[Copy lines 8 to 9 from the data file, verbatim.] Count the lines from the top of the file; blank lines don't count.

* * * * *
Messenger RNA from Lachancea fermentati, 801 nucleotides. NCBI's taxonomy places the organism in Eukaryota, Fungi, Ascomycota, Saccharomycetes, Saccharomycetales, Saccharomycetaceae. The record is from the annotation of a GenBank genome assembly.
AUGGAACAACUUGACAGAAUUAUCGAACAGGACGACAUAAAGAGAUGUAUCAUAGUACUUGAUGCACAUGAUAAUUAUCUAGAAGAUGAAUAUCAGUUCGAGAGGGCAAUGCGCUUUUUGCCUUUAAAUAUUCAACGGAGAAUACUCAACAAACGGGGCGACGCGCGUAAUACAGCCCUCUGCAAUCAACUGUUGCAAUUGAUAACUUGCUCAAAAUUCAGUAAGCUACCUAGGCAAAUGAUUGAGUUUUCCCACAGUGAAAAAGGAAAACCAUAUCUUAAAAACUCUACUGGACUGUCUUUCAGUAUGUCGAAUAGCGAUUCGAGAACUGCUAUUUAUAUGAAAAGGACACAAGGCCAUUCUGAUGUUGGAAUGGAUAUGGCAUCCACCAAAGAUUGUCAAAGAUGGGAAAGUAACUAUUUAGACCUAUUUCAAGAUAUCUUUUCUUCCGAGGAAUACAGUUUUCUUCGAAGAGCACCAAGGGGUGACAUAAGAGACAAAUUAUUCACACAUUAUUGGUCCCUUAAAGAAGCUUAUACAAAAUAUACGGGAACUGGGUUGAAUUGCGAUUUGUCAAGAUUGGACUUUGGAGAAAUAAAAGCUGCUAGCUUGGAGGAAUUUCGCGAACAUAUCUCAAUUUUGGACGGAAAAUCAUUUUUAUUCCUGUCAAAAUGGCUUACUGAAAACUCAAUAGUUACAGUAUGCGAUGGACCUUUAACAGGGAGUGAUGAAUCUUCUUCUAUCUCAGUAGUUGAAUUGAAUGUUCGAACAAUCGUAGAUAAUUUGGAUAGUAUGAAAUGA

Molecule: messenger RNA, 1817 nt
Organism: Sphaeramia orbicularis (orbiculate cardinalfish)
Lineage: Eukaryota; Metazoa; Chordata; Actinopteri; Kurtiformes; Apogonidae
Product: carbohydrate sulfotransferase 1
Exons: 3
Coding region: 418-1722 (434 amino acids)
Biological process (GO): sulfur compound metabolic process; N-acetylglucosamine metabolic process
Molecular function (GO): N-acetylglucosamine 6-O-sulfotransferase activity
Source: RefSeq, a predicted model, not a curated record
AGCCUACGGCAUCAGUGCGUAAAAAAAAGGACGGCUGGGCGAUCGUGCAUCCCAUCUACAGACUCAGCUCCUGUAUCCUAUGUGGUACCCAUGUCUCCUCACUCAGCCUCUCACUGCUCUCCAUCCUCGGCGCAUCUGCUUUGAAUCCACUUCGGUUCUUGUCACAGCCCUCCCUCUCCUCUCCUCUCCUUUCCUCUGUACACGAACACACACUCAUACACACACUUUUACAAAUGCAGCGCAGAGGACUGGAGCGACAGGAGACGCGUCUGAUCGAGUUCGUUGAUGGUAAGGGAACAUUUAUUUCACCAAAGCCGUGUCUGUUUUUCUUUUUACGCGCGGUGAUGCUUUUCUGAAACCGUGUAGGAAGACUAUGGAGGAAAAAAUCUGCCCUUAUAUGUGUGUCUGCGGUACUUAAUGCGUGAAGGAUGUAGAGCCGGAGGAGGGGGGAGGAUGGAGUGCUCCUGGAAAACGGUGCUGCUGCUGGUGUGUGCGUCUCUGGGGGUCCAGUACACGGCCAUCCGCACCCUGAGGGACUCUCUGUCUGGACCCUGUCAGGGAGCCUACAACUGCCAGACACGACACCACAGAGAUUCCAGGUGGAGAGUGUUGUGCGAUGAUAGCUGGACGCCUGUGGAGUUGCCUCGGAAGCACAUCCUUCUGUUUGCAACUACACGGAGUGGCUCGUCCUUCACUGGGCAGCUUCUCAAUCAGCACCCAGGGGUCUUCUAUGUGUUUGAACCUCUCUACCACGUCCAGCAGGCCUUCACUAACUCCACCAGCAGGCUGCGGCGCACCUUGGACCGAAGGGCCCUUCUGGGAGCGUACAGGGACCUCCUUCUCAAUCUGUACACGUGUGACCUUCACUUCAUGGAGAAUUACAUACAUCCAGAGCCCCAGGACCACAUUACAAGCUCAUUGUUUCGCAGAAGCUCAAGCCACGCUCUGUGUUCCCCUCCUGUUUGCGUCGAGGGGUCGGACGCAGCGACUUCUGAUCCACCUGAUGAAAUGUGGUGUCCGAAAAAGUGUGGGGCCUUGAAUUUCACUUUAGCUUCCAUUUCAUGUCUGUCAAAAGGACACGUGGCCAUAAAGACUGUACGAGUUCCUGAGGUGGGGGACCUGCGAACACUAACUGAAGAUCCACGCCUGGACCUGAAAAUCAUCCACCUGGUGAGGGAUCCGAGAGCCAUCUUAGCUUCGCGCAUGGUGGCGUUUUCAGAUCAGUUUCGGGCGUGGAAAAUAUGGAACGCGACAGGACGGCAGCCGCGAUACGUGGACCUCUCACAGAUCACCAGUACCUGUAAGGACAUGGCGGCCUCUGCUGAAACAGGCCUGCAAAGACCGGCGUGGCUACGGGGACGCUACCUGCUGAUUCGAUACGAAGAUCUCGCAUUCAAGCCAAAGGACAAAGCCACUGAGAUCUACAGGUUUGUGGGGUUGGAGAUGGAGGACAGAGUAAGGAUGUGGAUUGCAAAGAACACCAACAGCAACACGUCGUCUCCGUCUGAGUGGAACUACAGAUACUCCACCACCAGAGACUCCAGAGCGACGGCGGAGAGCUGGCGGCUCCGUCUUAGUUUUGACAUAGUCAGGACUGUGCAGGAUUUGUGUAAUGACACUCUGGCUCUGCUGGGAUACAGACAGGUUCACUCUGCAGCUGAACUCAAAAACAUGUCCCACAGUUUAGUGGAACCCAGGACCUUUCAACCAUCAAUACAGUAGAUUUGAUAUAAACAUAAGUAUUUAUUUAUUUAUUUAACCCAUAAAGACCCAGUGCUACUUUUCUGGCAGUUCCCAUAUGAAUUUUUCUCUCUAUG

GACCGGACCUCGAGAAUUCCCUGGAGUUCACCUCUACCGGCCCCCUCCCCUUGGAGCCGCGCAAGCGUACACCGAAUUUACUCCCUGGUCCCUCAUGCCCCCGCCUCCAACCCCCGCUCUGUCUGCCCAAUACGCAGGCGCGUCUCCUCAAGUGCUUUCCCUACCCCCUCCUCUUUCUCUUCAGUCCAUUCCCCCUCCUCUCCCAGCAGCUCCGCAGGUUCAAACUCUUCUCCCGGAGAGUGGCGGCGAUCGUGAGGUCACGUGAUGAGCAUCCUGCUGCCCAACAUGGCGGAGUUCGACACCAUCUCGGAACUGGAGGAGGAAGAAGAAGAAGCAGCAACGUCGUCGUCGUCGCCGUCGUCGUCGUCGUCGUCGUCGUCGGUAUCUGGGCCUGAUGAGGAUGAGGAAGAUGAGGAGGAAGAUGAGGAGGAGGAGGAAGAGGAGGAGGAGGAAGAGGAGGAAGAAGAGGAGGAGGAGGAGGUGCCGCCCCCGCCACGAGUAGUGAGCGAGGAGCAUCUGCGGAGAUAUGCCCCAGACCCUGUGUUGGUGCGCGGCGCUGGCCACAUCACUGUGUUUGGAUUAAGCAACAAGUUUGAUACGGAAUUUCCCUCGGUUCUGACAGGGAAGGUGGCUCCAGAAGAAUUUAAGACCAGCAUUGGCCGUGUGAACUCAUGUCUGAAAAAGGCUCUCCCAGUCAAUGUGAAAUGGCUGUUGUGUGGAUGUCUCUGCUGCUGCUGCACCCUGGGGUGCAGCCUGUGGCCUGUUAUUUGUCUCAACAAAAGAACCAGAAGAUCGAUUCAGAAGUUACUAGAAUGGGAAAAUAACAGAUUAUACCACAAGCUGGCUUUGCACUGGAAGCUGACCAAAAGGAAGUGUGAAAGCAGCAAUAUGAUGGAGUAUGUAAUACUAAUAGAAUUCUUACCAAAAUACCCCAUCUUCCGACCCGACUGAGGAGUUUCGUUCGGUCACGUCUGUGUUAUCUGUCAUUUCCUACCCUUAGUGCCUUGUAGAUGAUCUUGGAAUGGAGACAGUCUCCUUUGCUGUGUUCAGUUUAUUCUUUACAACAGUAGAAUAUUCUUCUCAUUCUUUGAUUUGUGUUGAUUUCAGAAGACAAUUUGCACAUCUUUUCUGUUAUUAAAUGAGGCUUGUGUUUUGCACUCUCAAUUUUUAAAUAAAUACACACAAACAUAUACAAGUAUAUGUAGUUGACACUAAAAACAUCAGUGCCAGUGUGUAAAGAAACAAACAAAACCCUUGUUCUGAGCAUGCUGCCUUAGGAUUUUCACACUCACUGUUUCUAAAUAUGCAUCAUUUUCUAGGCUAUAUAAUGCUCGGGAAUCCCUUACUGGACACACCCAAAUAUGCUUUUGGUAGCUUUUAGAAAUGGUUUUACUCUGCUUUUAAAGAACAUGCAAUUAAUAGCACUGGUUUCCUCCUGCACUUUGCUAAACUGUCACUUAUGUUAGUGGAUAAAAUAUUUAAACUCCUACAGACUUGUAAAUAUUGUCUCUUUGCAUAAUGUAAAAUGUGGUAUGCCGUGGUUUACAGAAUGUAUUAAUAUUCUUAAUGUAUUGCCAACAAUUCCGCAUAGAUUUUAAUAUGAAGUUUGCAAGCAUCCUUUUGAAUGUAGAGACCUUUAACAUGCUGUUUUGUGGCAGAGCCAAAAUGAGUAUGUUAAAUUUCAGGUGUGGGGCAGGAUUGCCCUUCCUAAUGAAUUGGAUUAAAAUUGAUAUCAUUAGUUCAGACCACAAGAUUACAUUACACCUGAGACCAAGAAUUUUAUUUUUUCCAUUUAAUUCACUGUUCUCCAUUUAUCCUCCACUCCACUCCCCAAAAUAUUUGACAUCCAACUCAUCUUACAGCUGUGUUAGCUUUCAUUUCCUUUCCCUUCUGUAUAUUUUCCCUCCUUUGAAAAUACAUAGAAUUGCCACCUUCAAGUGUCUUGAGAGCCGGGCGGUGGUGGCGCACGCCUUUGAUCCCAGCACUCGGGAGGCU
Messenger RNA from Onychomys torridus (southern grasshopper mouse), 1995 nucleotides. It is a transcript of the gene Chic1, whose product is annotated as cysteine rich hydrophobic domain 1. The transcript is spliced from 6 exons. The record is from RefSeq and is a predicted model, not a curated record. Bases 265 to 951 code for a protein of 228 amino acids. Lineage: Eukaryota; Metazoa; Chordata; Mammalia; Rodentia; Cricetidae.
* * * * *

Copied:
Coding region: 418-1722 (434 amino acids)
Biological process (GO): sulfur compound metabolic process; N-acetylglucosamine metabolic process